The federal government until now has been an active participant, leasing ocean tracts to wind farm companies and laying the foundation for a new industry. No one really knows if Trump’s comments mean a change in course. (A number of other statements he made at the G-7 summit raised eyebrows.) But it’s clear the president’s idea of environmentalism is very different from what is espoused by most politicians in Massachusetts
“In a nutshell, I want the cleanest water on earth. I want the cleanest air on earth. And that’s what we’re doing. I’m an environmentalist. A lot of people don’t understand that. I’ve done more environmental impact statements than anybody,” Trump said. “I think I know more about the environment than most people.”
House Speaker Robert DeLeo and Senate President Karen Spilka have authorized more than $500,000 in spending on outside counsel services related to issues raised by the #MeToo focus on sexual harassment on Beacon Hill. (Boston Herald)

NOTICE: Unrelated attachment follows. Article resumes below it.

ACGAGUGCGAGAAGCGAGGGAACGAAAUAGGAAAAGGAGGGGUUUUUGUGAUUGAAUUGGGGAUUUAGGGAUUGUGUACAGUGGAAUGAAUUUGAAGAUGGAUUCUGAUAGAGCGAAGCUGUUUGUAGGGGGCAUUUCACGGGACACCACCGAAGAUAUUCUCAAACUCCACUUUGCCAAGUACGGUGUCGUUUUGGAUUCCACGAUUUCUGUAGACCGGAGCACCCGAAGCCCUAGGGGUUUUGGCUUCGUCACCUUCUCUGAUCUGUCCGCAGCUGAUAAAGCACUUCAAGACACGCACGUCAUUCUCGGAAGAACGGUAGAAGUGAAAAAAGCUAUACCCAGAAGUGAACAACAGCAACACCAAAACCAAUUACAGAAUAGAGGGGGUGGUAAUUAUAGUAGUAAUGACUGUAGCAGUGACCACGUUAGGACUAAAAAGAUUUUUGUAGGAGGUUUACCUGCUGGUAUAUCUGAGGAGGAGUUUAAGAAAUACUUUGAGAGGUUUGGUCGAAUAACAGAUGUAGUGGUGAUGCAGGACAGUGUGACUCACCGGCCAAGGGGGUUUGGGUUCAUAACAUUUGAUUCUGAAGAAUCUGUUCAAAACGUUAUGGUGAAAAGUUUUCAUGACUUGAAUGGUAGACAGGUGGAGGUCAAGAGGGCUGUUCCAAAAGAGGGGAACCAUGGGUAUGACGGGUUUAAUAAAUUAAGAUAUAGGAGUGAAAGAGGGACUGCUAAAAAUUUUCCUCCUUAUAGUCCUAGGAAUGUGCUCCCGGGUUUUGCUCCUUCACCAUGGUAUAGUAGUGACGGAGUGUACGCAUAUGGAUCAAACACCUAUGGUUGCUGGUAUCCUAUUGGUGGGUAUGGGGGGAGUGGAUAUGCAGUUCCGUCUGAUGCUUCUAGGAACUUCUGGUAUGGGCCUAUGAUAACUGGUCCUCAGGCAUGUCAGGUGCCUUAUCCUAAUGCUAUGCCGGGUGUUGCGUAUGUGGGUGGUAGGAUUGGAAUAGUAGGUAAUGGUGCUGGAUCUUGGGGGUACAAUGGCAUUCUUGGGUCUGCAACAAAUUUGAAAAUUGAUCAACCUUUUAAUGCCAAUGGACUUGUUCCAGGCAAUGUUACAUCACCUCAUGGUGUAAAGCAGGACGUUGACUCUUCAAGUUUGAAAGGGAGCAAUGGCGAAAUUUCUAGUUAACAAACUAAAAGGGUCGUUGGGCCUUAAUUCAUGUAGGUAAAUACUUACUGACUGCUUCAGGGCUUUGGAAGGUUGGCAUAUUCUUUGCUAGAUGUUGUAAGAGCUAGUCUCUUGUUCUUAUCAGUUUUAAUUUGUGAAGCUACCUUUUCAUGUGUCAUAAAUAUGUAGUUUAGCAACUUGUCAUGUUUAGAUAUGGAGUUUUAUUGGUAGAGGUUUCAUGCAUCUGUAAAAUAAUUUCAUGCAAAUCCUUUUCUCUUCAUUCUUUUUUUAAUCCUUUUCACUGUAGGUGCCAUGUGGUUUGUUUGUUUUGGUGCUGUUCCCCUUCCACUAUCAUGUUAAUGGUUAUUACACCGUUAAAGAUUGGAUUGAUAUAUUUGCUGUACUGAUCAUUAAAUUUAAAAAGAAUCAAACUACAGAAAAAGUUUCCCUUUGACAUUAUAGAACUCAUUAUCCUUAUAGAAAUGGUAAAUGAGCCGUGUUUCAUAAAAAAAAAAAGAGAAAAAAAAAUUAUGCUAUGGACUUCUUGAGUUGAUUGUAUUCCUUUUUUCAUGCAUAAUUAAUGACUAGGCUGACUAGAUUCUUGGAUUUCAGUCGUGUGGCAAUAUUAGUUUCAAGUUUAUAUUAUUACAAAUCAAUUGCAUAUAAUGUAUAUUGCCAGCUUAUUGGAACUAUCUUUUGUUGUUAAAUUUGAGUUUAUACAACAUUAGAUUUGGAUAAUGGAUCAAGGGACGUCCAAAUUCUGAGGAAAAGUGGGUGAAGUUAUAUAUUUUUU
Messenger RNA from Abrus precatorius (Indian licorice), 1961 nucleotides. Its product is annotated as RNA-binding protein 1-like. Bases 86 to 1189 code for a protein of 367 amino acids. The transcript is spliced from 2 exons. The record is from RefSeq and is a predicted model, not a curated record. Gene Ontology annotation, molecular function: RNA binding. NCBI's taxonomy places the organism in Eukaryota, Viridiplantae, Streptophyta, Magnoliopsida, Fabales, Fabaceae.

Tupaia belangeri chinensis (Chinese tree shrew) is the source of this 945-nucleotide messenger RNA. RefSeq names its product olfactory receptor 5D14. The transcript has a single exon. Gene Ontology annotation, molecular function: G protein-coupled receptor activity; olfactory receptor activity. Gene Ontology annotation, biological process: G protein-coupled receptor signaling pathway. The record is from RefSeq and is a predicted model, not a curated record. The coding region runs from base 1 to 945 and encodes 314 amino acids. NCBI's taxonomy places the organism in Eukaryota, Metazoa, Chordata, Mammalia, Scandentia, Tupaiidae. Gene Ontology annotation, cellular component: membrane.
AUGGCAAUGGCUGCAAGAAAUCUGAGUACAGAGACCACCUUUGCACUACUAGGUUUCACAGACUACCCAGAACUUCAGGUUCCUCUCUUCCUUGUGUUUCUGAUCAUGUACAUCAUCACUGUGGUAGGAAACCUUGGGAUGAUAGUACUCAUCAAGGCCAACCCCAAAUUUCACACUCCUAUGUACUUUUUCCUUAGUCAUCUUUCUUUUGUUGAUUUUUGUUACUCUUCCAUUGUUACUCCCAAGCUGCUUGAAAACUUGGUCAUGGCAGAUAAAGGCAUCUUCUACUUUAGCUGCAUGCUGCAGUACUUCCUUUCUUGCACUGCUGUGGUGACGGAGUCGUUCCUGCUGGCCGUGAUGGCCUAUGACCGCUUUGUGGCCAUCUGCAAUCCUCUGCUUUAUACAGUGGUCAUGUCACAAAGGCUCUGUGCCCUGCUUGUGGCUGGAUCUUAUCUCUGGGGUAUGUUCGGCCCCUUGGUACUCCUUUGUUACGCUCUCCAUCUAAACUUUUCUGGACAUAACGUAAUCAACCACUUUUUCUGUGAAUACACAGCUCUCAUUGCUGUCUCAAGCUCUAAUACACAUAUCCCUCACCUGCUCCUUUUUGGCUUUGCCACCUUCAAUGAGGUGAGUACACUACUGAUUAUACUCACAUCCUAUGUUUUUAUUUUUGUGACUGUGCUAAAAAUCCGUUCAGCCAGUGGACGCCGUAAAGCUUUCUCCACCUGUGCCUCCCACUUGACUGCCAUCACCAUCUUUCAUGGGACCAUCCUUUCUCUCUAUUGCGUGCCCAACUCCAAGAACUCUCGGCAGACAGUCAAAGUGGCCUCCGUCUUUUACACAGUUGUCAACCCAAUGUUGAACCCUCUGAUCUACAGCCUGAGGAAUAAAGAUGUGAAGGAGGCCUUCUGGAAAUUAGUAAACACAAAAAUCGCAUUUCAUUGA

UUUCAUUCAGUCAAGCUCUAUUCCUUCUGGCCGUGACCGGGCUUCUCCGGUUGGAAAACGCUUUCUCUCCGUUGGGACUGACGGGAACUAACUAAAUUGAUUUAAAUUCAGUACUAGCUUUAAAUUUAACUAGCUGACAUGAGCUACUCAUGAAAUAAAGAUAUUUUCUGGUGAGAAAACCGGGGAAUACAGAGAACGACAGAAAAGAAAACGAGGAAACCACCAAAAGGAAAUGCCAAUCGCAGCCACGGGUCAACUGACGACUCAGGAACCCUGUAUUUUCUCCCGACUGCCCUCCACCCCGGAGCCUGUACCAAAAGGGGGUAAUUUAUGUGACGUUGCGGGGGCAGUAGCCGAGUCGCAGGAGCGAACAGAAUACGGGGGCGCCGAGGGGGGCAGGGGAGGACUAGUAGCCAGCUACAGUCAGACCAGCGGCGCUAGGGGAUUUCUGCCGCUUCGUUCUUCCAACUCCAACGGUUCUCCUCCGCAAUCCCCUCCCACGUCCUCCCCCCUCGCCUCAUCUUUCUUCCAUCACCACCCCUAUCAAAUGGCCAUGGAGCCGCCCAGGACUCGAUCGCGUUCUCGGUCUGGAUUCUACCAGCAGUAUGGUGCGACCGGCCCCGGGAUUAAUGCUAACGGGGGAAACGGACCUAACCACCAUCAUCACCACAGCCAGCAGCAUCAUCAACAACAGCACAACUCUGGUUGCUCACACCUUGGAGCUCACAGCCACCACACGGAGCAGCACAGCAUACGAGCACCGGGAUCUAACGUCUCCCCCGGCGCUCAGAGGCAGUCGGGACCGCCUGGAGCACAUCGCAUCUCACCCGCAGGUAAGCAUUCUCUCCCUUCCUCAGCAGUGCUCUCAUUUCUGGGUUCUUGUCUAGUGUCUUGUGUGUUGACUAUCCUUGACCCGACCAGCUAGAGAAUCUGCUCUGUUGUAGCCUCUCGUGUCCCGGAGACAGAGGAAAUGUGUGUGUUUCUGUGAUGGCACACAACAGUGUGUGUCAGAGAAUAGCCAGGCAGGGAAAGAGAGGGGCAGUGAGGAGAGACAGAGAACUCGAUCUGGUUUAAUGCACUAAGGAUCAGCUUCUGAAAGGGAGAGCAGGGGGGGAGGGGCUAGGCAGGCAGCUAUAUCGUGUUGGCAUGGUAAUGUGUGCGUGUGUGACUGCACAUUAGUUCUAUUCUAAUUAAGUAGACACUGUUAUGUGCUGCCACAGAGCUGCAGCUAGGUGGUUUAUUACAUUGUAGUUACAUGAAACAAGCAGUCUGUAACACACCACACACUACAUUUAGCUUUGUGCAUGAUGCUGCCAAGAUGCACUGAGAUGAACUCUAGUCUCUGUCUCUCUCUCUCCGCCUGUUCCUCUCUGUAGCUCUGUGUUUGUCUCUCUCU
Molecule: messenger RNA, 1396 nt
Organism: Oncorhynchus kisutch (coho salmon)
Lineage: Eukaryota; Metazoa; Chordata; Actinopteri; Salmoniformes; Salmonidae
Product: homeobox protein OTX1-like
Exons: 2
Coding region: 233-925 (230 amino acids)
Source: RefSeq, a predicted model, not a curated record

Less than two weeks after the Fall River City Council narrowly voted to cap the number of recreational marijuana licenses at 11, Mayor Jasiel Correia II vetoed the order that would put the ordinance on the books. (Herald News)
The Trump administration is rescinding a program that allowed families without legal status in the US to enter the country, work, and qualify for Medicaid while their children are being treated for illnesses for which there is no treatment in their home countries. Officials say the families have 33 days to leave the country. (CommonWealth) A Globe editorial decries the move.
President Trump can play hardball on trade with China, or work to expand the US economy, but not both, writes New York Times reporter Peter Goodman. A case in point: American farmers, who are growing increasingly angry over lost sales to China because of new US tariffs. (New York Times)